Climate tax on meat and milk mean less greenhouse gases

A climate tax on meat and milk could reduce emissions of greenhouse gases from European agriculture by about seven percent. If the land freed up by this were to be used to cultivate bioenergy, the emissions reduction could be six times greater. This is shown in an article published in the scientific journal Climatic Change.
The article is written by the Chalmers’ researchers Stefan Wirsenius and Fredrik Hedenus and also Kristina Mohlin, at the time at Chalmers and now conducting PhD studies at Gothenburg University. In the article, the researchers show that reduced meat consumption has two effects. A direct one that entails considerably less emission of methane and nitrous oxide, and an indirect one, in that land that is freed up can be used for bioenergy cultivation.

Food production is a source that cannot be ignored when it comes to direct emissions of greenhouse gases – globally it accounts for 20–25 percent of emissions. However, it is difficult to estimate emissions from food, since the foremost emission sources are methane from the stomachs of cows and nitrous oxidefrom fertilized soil – both very expensive and technically complicated to measure. Also, there are few technological solutions to reduce these emissions. Altered eating habits, on the other hand, could have a major impact. If beef is replaced with chicken, emissions decrease by 90 percent. If beef is replaced with beans, the reduction is 99 percent.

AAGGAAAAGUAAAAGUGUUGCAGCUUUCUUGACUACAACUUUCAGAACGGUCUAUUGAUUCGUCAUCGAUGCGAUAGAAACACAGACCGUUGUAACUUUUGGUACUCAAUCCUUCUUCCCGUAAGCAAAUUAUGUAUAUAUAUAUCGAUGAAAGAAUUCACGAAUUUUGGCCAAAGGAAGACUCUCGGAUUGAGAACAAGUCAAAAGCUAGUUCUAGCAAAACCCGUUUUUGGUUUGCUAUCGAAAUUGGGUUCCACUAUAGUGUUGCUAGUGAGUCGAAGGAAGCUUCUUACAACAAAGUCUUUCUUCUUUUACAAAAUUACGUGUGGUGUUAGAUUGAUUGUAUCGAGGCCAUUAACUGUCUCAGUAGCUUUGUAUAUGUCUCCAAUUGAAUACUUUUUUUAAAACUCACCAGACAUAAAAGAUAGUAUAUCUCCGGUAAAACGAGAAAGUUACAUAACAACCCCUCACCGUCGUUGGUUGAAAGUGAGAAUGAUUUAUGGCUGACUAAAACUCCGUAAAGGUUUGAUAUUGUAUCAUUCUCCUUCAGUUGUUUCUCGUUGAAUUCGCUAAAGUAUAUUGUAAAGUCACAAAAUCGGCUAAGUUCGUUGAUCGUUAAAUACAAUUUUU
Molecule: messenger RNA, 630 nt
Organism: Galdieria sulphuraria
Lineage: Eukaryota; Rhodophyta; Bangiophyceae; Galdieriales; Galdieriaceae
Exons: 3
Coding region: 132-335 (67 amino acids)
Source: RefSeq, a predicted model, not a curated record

“Normally a tax on emissions from food production would be the best thing. But since this is virtually impossible, and the effects of replacing meat and milk are so great, we show that it can be quite effective to levy the tax directly on meat,” says Stefan Wirsenius, a researcher at the Department of Energy and Environment at Chalmers.

Beef, which entails the most emissions, is taxed more according to the proposal, whereas chicken and pork are taxed less, since their emissions are lower.

“Today we have tax on gasoline and a trade system for industries and power production, but no policy instruments at all for emissions related to food. This means that we are not paying our climate costs for food at all,” says Fredrik Hedenus, another researcher at the Department of Energy and Environment at Chalmers.

A climate tax on red meat would also entail that land would become available for cultivating bioenergy plants.

“If the world decides to truly reduce the emission of greenhouse gases, land will become a scarce resource, since a lot of land could be put to use for bioenergy. Land-efficient agriculture would therefore become more and more important. The production of beef requires twenty times as much land per kCal as beans,” says Fredrik Hedenus.

A tax corresponding to 60 €/ton of CO2 would bring down beef consumption by 15 percent, according to the estimation. Such a reduction would not represent a threat to grazing lands that are worth protecting. 
“It’s not a matter of forcing people to become vegetarians, but merely to steer them toward a somewhat more climate-smart diet,” says Stefan Wirsenius.

The article "Greenhouse gastaxes on animalfood products: Rationale, taxscheme and climate mitigation effects" has been published by Climatic Change online on Dec 15, 2010.

Fredrik Hedenus, Physical Resource Theory, Chalmers University of Technology.
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Published: Fri 28 Jan 2011.